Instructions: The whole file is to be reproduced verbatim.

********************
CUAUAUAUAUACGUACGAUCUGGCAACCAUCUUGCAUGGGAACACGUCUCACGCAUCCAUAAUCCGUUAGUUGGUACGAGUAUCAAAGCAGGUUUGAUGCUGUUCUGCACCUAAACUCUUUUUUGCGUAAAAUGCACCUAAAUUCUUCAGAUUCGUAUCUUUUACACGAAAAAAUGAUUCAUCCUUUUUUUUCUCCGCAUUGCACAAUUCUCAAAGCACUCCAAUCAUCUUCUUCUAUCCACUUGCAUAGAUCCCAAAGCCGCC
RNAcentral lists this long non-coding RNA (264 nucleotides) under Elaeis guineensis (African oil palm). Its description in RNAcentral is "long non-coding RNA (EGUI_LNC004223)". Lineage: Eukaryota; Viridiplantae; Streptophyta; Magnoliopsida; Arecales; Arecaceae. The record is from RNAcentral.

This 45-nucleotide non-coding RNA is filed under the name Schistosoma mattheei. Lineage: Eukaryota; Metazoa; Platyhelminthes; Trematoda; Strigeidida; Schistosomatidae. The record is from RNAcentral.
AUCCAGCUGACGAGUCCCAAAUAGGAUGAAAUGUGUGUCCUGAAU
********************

CUAUAUAUAUACGUACGAUCUGGCAACCAUCUUGCAUGGGAACACGUCUCACGCAUCCAUAAUCCGUUAGUUGGUACGAGUAUCAAAGCAGGUUUGAUGCUGUUCUGCACCUAAACUCUUUUUUGCGUAAAAUGCACCUAAAUUCUUCAGAUUCGUAUCUUUUACACGAAAAAAUGAUUCAUCCUUUUUUUUCUCCGCAUUGCACAAUUCUCAAAGCACUCCAAUCAUCUUCUUCUAUCCACUUGCAUAGAUCCCAAAGCCGCC
RNAcentral lists this long non-coding RNA (264 nucleotides) under Elaeis guineensis (African oil palm). Its description in RNAcentral is "long non-coding RNA (EGUI_LNC004223)". Lineage: Eukaryota; Viridiplantae; Streptophyta; Magnoliopsida; Arecales; Arecaceae. The record is from RNAcentral.

This 45-nucleotide non-coding RNA is filed under the name Schistosoma mattheei. Lineage: Eukaryota; Metazoa; Platyhelminthes; Trematoda; Strigeidida; Schistosomatidae. The record is from RNAcentral.
AUCCAGCUGACGAGUCCCAAAUAGGAUGAAAUGUGUGUCCUGAAU